Concept: Sustainable agriculture
Organic agriculture is proposed as a promising approach to achieving sustainable food systems, but its feasibility is also contested. We use a food systems model that addresses agronomic characteristics of organic agriculture to analyze the role that organic agriculture could play in sustainable food systems. Here we show that a 100% conversion to organic agriculture needs more land than conventional agriculture but reduces N-surplus and pesticide use. However, in combination with reductions of food wastage and food-competing feed from arable land, with correspondingly reduced production and consumption of animal products, land use under organic agriculture remains below the reference scenario. Other indicators such as greenhouse gas emissions also improve, but adequate nitrogen supply is challenging. Besides focusing on production, sustainable food systems need to address waste, crop-grass-livestock interdependencies and human consumption. None of the corresponding strategies needs full implementation and their combined partial implementation delivers a more sustainable food future.
This conference is organized within the framework of the H2020-Research and Innovation Action-Societal Challenge 2-“Food security, sustainable agriculture and forestry, marine, maritime and inland water research and the bioeconomy challenge”-GA 678781 MycoKey “Integrated and innovative key actions for mycotoxin management in the food and feed chain” […].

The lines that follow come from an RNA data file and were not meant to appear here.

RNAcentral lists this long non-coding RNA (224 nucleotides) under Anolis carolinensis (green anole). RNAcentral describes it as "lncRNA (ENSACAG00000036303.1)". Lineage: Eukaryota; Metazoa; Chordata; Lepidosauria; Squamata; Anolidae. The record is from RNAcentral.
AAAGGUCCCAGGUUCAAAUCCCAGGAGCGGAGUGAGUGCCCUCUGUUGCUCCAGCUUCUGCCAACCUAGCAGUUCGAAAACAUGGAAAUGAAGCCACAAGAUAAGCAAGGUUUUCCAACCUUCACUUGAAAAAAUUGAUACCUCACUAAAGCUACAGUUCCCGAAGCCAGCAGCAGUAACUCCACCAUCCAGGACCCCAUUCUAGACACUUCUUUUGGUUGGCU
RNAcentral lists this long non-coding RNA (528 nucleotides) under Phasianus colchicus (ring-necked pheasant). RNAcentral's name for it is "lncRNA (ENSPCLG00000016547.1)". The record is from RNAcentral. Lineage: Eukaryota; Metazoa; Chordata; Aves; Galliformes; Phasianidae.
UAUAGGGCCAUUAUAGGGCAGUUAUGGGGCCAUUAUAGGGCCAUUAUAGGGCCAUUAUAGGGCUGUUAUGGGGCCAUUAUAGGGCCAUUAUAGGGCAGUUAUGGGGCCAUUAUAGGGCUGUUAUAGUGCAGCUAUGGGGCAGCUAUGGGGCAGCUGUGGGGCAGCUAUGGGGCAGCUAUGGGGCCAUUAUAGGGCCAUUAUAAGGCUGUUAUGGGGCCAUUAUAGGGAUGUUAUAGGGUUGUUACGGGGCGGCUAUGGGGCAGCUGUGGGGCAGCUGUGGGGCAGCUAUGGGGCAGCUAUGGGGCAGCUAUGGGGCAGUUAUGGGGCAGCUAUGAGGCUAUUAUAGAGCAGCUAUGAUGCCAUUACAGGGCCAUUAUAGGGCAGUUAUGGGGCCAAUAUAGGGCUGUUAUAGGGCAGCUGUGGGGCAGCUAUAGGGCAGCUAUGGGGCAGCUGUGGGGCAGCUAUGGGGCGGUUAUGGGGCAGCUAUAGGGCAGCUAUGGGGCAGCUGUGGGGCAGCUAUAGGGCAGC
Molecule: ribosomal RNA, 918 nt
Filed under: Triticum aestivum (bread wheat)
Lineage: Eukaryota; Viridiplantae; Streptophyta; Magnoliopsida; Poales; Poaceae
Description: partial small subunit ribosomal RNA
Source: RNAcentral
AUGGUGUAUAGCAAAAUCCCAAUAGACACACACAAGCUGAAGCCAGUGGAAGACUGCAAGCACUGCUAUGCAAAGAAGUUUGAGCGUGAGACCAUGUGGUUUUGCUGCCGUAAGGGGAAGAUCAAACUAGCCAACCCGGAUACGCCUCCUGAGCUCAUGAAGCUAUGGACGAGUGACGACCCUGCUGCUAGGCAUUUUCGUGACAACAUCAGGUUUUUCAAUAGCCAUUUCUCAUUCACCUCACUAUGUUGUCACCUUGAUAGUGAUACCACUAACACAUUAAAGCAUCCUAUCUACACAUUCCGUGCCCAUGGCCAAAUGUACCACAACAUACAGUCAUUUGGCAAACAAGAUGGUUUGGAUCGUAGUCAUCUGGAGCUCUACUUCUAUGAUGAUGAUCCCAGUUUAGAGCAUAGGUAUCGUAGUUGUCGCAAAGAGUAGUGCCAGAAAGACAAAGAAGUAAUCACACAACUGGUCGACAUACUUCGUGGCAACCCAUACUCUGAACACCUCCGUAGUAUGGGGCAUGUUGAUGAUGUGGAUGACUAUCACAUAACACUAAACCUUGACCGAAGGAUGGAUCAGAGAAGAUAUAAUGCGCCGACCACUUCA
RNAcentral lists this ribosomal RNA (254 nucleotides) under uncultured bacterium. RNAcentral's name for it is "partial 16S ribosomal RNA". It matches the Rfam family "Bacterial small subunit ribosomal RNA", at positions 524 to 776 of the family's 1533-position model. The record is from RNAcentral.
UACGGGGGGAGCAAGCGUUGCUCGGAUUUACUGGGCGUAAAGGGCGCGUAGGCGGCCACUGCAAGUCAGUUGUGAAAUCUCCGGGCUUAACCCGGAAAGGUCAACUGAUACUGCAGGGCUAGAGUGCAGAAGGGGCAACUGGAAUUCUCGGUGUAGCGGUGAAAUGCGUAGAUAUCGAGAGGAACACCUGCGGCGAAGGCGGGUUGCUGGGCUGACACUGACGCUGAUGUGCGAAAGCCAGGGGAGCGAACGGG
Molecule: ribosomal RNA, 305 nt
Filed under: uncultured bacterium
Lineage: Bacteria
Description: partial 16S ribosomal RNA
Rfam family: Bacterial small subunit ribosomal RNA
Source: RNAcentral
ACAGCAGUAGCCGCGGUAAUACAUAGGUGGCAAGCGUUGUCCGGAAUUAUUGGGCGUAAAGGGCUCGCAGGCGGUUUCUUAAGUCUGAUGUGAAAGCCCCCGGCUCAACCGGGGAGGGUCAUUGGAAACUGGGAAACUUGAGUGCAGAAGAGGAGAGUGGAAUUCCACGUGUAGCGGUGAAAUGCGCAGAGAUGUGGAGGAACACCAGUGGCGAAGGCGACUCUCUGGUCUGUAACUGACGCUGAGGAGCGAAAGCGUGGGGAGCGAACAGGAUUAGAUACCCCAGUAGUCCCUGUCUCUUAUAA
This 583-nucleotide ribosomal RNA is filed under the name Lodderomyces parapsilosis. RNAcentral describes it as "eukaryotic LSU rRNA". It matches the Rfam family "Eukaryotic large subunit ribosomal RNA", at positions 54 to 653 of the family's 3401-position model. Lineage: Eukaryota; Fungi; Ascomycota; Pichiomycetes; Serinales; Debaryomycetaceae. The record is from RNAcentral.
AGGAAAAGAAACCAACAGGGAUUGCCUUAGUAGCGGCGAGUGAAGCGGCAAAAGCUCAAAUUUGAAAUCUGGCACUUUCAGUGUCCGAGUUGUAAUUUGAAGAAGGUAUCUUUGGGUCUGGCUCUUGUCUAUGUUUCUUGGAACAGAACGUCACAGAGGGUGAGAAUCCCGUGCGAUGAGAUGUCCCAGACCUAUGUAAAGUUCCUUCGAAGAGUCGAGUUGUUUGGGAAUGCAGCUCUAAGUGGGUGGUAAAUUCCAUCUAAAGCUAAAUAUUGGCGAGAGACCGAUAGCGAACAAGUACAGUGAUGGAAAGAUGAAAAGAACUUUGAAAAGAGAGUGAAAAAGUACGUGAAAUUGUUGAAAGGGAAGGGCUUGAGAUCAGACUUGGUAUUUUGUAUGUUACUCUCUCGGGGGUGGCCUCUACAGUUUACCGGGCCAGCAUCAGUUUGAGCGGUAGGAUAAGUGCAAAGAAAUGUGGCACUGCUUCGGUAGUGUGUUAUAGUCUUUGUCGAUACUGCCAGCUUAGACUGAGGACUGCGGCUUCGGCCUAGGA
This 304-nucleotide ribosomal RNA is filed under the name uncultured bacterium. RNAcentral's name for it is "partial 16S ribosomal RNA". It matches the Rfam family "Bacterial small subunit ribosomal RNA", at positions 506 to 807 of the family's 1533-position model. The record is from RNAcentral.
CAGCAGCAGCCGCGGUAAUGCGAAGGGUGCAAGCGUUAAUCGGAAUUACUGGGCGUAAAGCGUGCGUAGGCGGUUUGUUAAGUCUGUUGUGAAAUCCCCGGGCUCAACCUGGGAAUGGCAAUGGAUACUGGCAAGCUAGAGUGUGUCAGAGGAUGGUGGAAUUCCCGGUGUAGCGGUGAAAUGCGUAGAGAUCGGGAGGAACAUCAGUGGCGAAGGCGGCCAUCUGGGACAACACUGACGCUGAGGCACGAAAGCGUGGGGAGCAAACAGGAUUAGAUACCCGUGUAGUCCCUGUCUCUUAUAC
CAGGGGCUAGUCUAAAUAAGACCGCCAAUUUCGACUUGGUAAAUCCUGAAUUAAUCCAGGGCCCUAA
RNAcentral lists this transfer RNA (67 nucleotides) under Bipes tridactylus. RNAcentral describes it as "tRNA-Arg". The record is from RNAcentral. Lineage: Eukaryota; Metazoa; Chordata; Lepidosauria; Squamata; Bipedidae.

Demand for organic foods is partially driven by consumers' perceptions that they are more nutritious. However, scientific opinion is divided on whether there are significant nutritional differences between organic and non-organic foods, and two recent reviews have concluded that there are no differences. In the present study, we carried out meta-analyses based on 343 peer-reviewed publications that indicate statistically significant and meaningful differences in composition between organic and non-organic crops/crop-based foods. Most importantly, the concentrations of a range of antioxidants such as polyphenolics were found to be substantially higher in organic crops/crop-based foods, with those of phenolic acids, flavanones, stilbenes, flavones, flavonols and anthocyanins being an estimated 19 (95 % CI 5, 33) %, 69 (95 % CI 13, 125) %, 28 (95 % CI 12, 44) %, 26 (95 % CI 3, 48) %, 50 (95 % CI 28, 72) % and 51 (95 % CI 17, 86) % higher, respectively. Many of these compounds have previously been linked to a reduced risk of chronic diseases, including CVD and neurodegenerative diseases and certain cancers, in dietary intervention and epidemiological studies. Additionally, the frequency of occurrence of pesticide residues was found to be four times higher in conventional crops, which also contained significantly higher concentrations of the toxic metal Cd. Significant differences were also detected for some other (e.g. minerals and vitamins) compounds. There is evidence that higher antioxidant concentrations and lower Cd concentrations are linked to specific agronomic practices (e.g. non-use of mineral N and P fertilisers, respectively) prescribed in organic farming systems. In conclusion, organic crops, on average, have higher concentrations of antioxidants, lower concentrations of Cd and a lower incidence of pesticide residues than the non-organic comparators across regions and production seasons.